Edward Bennett Lawson (SFS’24, MSFS’25) was a World War I veteran who attended Georgetown as one of the first students of the SFS. He had a full career, traveling all over the world for various diplomatic posts, ultimately becoming a US Ambassador, first to Iceland, then to Israel, until his retirement.
Philip Verveer (SFS ’66) has made a name for himself in the world of international communications law and policy. The former Obama administration official has worked at all levels of government, but he got his start on the Hilltop.
SFS welcomed back several of its distinguished graduates, alumae who were among the first women on the Hilltop. They shared their experiences as students at SFS, the obstacles they faced, and what they went on to do in their careers.
The first female students arrived at the School of Foreign Service in 1943 and—although they would face a variety of unique obstacles, limitations, and quota systems that lasted nearly three decades—women have been at SFS ever since.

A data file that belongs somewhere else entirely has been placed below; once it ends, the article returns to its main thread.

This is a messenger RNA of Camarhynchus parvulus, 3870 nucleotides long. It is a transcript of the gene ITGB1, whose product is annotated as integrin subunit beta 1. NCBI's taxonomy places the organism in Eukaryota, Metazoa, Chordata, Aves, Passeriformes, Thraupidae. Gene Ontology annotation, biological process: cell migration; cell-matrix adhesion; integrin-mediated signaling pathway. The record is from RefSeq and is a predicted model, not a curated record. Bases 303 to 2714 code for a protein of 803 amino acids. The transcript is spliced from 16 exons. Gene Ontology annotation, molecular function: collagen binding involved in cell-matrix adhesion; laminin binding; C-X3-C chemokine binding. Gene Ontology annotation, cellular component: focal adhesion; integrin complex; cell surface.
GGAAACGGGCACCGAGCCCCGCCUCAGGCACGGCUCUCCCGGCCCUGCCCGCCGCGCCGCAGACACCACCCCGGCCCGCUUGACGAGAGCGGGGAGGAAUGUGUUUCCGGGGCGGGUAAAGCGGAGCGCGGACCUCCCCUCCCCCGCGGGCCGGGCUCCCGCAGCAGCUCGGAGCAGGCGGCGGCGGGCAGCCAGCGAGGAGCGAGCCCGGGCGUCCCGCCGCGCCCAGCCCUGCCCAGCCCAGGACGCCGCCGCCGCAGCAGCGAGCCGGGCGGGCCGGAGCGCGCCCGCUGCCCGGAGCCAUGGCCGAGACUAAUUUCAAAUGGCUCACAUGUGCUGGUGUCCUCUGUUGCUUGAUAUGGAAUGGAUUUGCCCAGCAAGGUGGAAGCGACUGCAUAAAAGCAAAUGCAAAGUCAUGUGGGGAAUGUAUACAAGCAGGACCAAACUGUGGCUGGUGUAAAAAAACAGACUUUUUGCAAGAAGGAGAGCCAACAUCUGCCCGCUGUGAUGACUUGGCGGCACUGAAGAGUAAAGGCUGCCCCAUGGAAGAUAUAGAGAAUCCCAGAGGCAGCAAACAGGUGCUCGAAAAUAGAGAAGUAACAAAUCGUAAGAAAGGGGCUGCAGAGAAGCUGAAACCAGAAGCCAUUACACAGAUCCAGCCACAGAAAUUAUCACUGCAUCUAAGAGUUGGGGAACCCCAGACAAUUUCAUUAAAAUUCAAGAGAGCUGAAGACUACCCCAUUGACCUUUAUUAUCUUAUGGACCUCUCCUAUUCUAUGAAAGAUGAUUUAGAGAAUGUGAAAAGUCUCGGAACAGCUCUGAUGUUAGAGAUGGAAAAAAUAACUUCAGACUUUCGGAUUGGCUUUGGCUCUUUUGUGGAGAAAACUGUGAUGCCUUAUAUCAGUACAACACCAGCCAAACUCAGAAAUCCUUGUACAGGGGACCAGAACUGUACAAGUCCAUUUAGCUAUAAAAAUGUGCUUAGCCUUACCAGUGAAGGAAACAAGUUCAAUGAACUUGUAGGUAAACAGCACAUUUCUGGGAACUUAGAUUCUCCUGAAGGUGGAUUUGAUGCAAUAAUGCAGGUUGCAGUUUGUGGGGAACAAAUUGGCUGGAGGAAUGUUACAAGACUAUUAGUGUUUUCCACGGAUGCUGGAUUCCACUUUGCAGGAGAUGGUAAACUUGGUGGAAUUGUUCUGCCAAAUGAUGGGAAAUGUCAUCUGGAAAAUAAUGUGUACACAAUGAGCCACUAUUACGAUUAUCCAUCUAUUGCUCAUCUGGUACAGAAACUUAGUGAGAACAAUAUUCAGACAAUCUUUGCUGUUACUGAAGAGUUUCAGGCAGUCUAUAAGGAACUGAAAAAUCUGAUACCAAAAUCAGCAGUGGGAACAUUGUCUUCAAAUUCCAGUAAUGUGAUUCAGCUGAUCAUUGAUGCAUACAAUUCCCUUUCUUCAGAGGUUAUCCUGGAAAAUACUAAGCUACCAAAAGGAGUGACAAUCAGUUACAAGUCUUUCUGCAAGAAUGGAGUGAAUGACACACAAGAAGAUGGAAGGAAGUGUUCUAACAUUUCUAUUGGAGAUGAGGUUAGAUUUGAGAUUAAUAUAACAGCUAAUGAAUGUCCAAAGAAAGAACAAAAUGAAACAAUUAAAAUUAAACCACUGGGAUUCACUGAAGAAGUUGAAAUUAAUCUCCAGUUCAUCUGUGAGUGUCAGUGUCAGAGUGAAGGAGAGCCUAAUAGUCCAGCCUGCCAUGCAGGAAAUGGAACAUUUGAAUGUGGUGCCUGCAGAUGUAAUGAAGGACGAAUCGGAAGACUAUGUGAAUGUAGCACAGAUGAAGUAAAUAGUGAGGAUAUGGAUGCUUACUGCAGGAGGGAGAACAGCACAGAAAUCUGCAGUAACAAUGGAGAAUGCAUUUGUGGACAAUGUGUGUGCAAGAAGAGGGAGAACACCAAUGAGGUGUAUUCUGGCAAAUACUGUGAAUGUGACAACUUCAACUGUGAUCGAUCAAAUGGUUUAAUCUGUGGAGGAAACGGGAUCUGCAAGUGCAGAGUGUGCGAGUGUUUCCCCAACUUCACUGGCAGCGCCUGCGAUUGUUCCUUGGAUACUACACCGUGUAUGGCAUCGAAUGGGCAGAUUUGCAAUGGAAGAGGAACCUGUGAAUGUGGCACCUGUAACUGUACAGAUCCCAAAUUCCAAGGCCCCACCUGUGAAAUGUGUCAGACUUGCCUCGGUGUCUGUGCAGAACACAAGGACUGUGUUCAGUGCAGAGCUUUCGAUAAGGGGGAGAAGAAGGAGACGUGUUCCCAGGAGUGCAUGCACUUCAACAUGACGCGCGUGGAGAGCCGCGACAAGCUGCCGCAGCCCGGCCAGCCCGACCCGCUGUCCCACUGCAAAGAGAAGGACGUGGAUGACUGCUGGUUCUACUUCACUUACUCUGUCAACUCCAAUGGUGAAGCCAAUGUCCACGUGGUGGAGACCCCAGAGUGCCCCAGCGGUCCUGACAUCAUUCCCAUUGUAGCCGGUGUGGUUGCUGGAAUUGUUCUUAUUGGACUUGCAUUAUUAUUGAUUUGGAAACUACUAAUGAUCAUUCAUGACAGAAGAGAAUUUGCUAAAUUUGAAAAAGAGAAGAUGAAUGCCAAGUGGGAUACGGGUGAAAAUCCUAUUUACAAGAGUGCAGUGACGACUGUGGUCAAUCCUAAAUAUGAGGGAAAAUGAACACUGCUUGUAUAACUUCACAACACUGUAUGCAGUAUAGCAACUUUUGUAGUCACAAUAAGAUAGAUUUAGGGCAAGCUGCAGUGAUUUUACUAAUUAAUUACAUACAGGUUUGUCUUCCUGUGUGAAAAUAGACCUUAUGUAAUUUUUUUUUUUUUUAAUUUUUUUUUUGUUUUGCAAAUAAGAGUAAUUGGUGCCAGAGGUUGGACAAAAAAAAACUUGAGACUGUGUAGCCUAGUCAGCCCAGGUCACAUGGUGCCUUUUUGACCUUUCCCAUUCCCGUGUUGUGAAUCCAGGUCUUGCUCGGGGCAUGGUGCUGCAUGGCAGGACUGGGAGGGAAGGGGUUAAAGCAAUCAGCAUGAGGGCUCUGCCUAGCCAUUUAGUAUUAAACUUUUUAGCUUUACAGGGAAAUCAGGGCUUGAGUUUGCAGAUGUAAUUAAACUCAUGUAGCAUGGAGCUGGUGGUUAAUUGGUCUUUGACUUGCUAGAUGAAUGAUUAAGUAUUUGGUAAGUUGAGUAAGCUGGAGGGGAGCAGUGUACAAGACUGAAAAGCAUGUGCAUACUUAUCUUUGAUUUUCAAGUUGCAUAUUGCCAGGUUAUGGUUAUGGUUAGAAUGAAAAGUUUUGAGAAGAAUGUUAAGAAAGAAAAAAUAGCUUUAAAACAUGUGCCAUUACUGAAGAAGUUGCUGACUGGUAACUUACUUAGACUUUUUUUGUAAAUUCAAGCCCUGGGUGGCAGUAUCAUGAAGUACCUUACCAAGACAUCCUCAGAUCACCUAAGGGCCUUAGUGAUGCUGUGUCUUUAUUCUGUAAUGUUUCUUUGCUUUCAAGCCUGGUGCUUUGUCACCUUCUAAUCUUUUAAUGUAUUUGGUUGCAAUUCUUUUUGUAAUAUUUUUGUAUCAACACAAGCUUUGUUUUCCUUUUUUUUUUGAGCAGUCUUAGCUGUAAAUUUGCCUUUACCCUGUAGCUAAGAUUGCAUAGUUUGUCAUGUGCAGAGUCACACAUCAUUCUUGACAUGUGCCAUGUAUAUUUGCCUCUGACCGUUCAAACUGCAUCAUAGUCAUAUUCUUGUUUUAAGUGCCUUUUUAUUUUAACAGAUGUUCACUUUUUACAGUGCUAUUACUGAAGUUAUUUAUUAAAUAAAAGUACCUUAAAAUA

Laurence Stallings, who graduated with a Master’s degree from the School of Foreign Service in 1922, turned his experience as a wounded veteran in the First World War into inspiration for a career as a renowned journalist, author, and playwright.
In 1978, a Puerto Rican woman made headlines for filing a lawsuit for racial discrimination in the Washington, D.C. District Court against the U.S. Equal Employment Opportunity Commission, where she had worked since 1971. That woman was Aida Berio, who graduated from the School of Foreign Service in 1952.